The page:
Negotiating body Community Pharmacy Scotland (CPS) has said that an additional £20m for the Scottish drug tariff announced this week is not enough to cover community pharmacy’s increased medicines bill.

On Wednesday (31 May), CPS announced that the community pharmacy sector in Scotland would receive an extra £20m over the remainder of the financial year 2023/24 to ease pressures related to medicines price increases on community pharmacy businesses.

A spokesperson for the Scottish Government told The Pharmacist: ‘Our priority is to ensure that patients can access their prescription medicines and services such as NHS Pharmacy First Scotland while balancing our financial obligations.

‘To alleviate community pharmacy owners’ concerns regarding the cost of the medicines purchased and dispensed, we have added an additional £20m to the value of the drug tariff in the current financial year.’

But the negotiator said that £20m was not sufficient when the high cost of medicines was taken into account.

‘While £20m appears to be a very big number, it represents only 1.74% of the annual medicine spend for Scotland. We have had reports that costs have increased by over three times this amount’, CPS said in a press statement on Wednesday.

It welcomed the increase in medicines funding to support community pharmacy contractors who were having to borrow money ‘to keep their doors open and support their local community's healthcare needs’.

Discussions between the Scottish Government and CPS about the financial settlement for 2023/24 are currently ongoing, and CPS said that negotiations ‘must continue’ and that ‘a much-improved offer must be forthcoming from Government colleagues to ensure that current service levels are maintained and access to healthcare is provided’.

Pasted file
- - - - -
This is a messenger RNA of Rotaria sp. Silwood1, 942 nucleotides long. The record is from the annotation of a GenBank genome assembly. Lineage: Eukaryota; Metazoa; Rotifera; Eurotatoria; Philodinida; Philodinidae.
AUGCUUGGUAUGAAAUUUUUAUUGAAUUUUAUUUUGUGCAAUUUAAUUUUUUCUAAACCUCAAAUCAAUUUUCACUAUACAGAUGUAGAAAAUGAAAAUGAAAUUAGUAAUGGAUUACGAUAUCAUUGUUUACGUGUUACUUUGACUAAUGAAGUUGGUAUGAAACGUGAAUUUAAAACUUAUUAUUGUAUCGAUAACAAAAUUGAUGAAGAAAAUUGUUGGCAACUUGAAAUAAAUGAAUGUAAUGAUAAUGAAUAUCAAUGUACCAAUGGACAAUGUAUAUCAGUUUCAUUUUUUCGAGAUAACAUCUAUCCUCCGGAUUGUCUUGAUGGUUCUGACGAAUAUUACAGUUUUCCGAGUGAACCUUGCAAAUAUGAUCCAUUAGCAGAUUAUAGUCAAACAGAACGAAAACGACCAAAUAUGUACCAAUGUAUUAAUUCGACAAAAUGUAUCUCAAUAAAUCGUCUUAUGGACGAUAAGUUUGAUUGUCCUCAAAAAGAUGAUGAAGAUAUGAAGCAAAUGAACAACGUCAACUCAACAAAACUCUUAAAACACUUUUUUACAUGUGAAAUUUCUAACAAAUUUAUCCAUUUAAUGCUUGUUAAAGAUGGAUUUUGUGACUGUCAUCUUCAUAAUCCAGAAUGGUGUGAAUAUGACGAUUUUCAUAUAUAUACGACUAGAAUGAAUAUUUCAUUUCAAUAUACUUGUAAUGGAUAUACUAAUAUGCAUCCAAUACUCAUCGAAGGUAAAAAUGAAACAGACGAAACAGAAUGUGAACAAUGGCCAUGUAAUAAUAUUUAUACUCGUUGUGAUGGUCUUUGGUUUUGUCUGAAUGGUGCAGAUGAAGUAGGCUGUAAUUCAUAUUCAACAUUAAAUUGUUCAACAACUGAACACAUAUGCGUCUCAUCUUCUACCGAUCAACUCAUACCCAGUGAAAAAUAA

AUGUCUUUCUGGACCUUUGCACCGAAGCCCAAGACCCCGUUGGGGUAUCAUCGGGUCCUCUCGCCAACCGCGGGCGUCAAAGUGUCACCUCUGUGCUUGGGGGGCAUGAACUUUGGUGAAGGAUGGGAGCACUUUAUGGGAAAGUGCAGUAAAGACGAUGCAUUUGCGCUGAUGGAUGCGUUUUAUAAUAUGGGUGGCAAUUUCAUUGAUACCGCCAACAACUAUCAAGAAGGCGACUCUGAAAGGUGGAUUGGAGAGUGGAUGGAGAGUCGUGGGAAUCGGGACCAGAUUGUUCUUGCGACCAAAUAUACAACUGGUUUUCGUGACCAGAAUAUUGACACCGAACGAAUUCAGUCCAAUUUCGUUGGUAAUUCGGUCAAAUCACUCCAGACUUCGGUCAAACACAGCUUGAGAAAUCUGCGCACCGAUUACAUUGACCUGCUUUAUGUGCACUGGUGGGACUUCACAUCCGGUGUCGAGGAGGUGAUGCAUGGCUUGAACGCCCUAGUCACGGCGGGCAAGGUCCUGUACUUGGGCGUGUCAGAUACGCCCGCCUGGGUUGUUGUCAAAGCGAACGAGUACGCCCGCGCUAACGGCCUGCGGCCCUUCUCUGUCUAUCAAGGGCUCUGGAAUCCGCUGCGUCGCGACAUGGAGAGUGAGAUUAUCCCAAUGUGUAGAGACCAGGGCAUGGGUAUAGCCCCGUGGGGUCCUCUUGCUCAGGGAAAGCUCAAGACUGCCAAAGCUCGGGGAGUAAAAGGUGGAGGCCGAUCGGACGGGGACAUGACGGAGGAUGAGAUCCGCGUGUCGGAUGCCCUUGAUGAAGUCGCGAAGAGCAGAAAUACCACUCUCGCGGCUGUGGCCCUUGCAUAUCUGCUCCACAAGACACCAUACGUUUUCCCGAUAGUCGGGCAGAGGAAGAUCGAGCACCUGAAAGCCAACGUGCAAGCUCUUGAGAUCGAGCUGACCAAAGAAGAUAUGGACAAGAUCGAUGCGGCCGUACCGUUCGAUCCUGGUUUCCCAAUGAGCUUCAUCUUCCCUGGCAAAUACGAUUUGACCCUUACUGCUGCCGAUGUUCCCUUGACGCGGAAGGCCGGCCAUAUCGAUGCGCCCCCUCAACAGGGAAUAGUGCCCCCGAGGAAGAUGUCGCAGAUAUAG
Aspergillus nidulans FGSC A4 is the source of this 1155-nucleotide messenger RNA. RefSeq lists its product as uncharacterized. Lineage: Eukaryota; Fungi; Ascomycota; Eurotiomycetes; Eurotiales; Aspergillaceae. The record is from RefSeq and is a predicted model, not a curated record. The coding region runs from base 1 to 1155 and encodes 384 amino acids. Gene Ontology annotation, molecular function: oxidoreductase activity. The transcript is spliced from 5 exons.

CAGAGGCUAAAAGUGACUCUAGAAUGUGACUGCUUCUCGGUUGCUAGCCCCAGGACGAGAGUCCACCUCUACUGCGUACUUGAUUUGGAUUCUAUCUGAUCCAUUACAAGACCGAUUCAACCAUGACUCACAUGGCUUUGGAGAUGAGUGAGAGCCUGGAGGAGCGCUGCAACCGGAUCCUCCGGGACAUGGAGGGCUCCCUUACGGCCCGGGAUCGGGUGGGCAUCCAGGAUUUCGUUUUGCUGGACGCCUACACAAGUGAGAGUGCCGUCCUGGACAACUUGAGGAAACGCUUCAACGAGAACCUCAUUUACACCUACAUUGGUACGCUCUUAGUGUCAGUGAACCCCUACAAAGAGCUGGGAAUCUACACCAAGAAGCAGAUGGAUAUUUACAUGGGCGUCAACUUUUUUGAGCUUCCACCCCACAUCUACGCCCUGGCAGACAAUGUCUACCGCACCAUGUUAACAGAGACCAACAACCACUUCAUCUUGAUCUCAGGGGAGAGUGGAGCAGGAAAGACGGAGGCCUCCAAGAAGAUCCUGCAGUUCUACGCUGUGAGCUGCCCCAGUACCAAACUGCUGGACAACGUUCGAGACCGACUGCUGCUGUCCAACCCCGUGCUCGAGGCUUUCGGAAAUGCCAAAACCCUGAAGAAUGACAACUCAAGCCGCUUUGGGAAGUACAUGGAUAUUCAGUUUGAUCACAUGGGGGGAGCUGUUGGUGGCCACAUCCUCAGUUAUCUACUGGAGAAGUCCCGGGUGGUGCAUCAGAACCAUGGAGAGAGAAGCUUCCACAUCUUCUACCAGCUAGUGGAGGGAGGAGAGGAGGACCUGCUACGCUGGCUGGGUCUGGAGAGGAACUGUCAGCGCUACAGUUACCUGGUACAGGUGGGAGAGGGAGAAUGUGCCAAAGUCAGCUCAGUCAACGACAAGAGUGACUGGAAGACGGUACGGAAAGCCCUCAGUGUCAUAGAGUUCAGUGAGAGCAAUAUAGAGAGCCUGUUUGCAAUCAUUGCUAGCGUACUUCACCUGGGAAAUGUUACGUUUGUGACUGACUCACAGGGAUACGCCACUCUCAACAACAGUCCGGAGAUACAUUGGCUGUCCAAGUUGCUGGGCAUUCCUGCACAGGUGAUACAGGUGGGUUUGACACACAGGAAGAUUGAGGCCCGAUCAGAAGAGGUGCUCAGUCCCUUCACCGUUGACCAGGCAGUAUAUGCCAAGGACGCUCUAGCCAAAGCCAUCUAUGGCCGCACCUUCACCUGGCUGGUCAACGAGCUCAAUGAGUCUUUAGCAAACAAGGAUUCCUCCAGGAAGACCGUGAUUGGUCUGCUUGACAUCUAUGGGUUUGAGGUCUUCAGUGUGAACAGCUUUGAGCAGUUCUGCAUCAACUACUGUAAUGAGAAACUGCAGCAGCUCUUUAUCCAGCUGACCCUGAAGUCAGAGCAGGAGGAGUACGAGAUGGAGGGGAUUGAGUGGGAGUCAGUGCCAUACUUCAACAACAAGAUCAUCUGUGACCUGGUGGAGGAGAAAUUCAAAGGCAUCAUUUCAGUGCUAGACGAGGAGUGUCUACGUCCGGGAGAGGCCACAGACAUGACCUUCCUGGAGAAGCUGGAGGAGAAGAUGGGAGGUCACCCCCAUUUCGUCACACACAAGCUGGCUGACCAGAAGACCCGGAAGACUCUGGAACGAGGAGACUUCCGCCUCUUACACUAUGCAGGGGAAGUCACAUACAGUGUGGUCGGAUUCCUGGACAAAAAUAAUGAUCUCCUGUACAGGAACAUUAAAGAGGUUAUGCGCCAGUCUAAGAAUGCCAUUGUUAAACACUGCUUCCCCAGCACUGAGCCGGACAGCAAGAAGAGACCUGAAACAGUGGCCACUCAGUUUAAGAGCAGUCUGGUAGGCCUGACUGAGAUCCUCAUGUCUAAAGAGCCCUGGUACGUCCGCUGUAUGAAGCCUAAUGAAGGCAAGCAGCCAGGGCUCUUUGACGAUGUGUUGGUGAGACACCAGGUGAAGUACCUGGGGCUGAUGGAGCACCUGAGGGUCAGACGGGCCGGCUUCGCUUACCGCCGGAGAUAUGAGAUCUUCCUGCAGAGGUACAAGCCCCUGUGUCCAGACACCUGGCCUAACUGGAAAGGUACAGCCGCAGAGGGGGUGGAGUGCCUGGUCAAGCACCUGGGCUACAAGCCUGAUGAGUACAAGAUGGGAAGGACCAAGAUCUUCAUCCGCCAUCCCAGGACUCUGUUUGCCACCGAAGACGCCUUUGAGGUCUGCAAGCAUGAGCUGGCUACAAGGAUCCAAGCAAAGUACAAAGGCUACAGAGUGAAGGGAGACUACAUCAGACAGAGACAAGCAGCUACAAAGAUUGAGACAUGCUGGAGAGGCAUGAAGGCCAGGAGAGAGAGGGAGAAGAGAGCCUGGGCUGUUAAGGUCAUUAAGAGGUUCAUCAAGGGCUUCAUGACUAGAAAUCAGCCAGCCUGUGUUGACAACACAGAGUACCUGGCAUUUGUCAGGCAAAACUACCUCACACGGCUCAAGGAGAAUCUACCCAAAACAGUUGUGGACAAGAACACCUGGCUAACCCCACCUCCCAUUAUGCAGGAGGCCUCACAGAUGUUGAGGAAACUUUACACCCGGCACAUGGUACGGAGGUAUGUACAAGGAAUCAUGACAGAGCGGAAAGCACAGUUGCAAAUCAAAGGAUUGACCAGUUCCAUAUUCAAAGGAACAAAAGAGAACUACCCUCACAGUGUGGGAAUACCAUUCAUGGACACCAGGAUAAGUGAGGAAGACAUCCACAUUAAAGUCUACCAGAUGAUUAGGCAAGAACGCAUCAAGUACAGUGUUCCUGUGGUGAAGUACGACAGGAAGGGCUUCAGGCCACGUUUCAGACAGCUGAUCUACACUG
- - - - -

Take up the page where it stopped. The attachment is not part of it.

On Monday (29 May), CPS announced that its members had ‘unanimously rejected’ an offer made by the government last Thursday (25 May).

And it then expressed concerns that an ‘insufficient’ funding package would be imposed on its members, highlighting in particular the significantly increased cost of drugs.

‘The medicines we buy on behalf of the NHS to fill prescriptions are costing us more than they ever have. NHS income is barely covering wholesaler bills in many cases. In some cases, medicines are costing more than we are paid by the government for them, so pharmacy owners are supplying at a loss to maintain continuity of care for their patients. We know that some are taking to borrowing just to pay their wage bills – a situation which cannot continue’, the negotiator said in a statement on Monday.

Following earlier ‘largely collaborative’ discussions, negotiations had ‘departed from the normal process of engagement’, with ‘conversations occurring in areas of Government that CPS has no access to’, the negotiator added.

Rising medicines prices are also affecting other UK nations, with Community Pharmacy England's chief executive Janet Morrison saying in December that record numbers of concessions were 'yet more proof that this system is simply not coping with the current medicines market,’ and Community Pharmacy Northern Ireland issuing a critical drug supply warning in October, saying that the cost of drugs could threaten patient access to medicines.